Yusuf Nuri Kaba

Dr. Yusuf N. Kaba is Lecturer in the Department of Oral & Maxillofacial Surgery at the University of Erciyes, Kayseri, Turkey. Dr. Kaba’s clinical practice focused on skeletal correction of dentofacial deformities. Dr. Kaba earned his DDS degree from the University of Kocaeli, Faculty of Dentistry, Kocaeli, Turkey. He completed his specialty degree in Oral and Maxillofacial Surgery from Erciyes University. Dr. Kaba is a member of national association of maxillofacial surgery.

Factors Effecting the Lingual Split Pattern on Sagittal Split Ramus Osteotomy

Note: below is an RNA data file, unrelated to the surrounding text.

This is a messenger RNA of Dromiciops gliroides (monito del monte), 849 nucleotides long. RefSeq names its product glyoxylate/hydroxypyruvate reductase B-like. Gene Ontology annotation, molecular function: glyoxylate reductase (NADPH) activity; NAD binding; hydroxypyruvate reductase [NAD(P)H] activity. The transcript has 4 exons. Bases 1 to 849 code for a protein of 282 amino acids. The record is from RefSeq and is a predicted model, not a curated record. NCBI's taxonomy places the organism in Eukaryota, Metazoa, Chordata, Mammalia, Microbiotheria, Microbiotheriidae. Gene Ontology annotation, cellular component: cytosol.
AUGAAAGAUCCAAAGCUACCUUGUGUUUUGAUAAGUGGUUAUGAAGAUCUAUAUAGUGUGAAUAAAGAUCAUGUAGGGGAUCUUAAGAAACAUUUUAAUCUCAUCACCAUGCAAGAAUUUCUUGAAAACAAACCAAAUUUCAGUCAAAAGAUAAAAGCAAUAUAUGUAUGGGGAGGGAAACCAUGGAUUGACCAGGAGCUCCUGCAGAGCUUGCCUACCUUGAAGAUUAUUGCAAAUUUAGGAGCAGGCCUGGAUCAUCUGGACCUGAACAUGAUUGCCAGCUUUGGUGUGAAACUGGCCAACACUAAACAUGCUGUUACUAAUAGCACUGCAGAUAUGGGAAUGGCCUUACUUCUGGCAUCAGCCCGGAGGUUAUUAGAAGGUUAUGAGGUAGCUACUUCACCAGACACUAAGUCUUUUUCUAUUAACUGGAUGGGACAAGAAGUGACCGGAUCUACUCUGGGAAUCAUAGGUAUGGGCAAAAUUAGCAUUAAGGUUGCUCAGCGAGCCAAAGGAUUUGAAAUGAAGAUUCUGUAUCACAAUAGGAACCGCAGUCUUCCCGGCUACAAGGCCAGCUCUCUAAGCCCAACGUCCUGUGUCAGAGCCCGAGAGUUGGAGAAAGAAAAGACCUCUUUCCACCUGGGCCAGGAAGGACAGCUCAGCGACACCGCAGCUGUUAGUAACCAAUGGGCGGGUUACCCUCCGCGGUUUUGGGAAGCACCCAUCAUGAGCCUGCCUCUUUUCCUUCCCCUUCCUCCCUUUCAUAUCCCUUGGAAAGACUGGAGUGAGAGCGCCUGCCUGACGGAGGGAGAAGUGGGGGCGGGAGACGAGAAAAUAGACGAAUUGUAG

Sagittal split ramus osteotomy (SSRO) is the most used technique for the correction of dento-facial deformities. SSRO was first introduced by Schuchardt in 1942, it was popularized by Trauner and Obwegeser in 1957. Since then, many modifications have been made. Each modification has its own characteristics and purpose to ensure the correct separation of segments. SSRO is a reliable technique but not all stages of the operation can be controlled. Studies on lingual fracture patterns have reported that the lingual fracture line is highly variable and unwanted fractures occur in 0-15% of split. Factors affecting the lingual fracture pattern can be grouped under three headings: anatomical features of the mandible, osteotomy stage related factors and split stage related factors. Morphological features and density of the mandible, especially on the osteotomy lines, have been associated with the lingual fracture pattern. In addition, atypical mandibular anatomy can make difficult to complete application of osteotomy technique. The osteotomy technique and the exact application of the osteotomy during surgery have a primary impact on the lingual fracture pattern. In addition, the dominant hand and experience of the surgeon performing the split stage, the force applied during the separation and the direction of separation, the surgical instruments which used splitting influence the lingual split pattern. Numerous studies have investigated the relationship between mandible anatomy and lingual fracture pattern. The limitation of this studies anatomical features of mandible was evaluated, but no evaluation was made regarding the osteotomy technique. The aim of this presentation is to evaluate the anatomical features of the mandible and the effects of osteotomy technique-related factors on the lingual fracture pattern.